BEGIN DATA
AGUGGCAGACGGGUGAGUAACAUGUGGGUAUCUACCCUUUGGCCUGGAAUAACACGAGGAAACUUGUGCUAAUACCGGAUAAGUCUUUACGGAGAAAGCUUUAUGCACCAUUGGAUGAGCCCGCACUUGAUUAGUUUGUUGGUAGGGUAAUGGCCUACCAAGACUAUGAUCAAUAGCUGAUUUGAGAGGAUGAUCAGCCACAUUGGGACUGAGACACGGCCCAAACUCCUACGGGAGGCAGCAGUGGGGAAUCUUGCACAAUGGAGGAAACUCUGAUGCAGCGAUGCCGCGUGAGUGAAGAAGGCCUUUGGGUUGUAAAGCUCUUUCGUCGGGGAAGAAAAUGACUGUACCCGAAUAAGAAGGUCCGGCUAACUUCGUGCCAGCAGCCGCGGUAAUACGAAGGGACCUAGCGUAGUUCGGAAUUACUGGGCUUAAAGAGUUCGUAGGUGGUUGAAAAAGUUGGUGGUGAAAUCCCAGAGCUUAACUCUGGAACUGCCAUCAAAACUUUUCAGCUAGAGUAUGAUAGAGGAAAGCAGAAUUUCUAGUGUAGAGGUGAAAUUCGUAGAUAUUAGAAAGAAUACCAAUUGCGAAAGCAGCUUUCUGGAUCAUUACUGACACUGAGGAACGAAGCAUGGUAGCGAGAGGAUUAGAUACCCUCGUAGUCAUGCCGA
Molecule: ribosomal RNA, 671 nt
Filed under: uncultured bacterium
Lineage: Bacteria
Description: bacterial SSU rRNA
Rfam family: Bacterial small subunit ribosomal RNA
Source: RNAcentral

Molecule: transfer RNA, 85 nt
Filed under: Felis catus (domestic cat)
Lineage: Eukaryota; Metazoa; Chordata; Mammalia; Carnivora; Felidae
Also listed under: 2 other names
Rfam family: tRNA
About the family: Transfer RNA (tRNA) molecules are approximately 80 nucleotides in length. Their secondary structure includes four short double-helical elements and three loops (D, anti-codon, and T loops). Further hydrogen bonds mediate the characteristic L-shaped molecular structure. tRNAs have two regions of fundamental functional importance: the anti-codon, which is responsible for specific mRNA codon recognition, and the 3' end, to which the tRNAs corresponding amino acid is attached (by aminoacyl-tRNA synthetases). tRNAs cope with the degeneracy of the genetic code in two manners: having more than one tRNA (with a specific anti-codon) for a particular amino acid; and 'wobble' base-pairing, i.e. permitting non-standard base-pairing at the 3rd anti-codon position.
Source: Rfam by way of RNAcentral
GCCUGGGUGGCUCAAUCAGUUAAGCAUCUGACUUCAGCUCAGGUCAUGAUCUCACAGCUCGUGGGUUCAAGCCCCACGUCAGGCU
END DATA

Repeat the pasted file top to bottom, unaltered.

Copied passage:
AGUGGCAGACGGGUGAGUAACAUGUGGGUAUCUACCCUUUGGCCUGGAAUAACACGAGGAAACUUGUGCUAAUACCGGAUAAGUCUUUACGGAGAAAGCUUUAUGCACCAUUGGAUGAGCCCGCACUUGAUUAGUUUGUUGGUAGGGUAAUGGCCUACCAAGACUAUGAUCAAUAGCUGAUUUGAGAGGAUGAUCAGCCACAUUGGGACUGAGACACGGCCCAAACUCCUACGGGAGGCAGCAGUGGGGAAUCUUGCACAAUGGAGGAAACUCUGAUGCAGCGAUGCCGCGUGAGUGAAGAAGGCCUUUGGGUUGUAAAGCUCUUUCGUCGGGGAAGAAAAUGACUGUACCCGAAUAAGAAGGUCCGGCUAACUUCGUGCCAGCAGCCGCGGUAAUACGAAGGGACCUAGCGUAGUUCGGAAUUACUGGGCUUAAAGAGUUCGUAGGUGGUUGAAAAAGUUGGUGGUGAAAUCCCAGAGCUUAACUCUGGAACUGCCAUCAAAACUUUUCAGCUAGAGUAUGAUAGAGGAAAGCAGAAUUUCUAGUGUAGAGGUGAAAUUCGUAGAUAUUAGAAAGAAUACCAAUUGCGAAAGCAGCUUUCUGGAUCAUUACUGACACUGAGGAACGAAGCAUGGUAGCGAGAGGAUUAGAUACCCUCGUAGUCAUGCCGA
Molecule: ribosomal RNA, 671 nt
Filed under: uncultured bacterium
Lineage: Bacteria
Description: bacterial SSU rRNA
Rfam family: Bacterial small subunit ribosomal RNA
Source: RNAcentral

Molecule: transfer RNA, 85 nt
Filed under: Felis catus (domestic cat)
Lineage: Eukaryota; Metazoa; Chordata; Mammalia; Carnivora; Felidae
Also listed under: 2 other names
Rfam family: tRNA
About the family: Transfer RNA (tRNA) molecules are approximately 80 nucleotides in length. Their secondary structure includes four short double-helical elements and three loops (D, anti-codon, and T loops). Further hydrogen bonds mediate the characteristic L-shaped molecular structure. tRNAs have two regions of fundamental functional importance: the anti-codon, which is responsible for specific mRNA codon recognition, and the 3' end, to which the tRNAs corresponding amino acid is attached (by aminoacyl-tRNA synthetases). tRNAs cope with the degeneracy of the genetic code in two manners: having more than one tRNA (with a specific anti-codon) for a particular amino acid; and 'wobble' base-pairing, i.e. permitting non-standard base-pairing at the 3rd anti-codon position.
Source: Rfam by way of RNAcentral
GCCUGGGUGGCUCAAUCAGUUAAGCAUCUGACUUCAGCUCAGGUCAUGAUCUCACAGCUCGUGGGUUCAAGCCCCACGUCAGGCU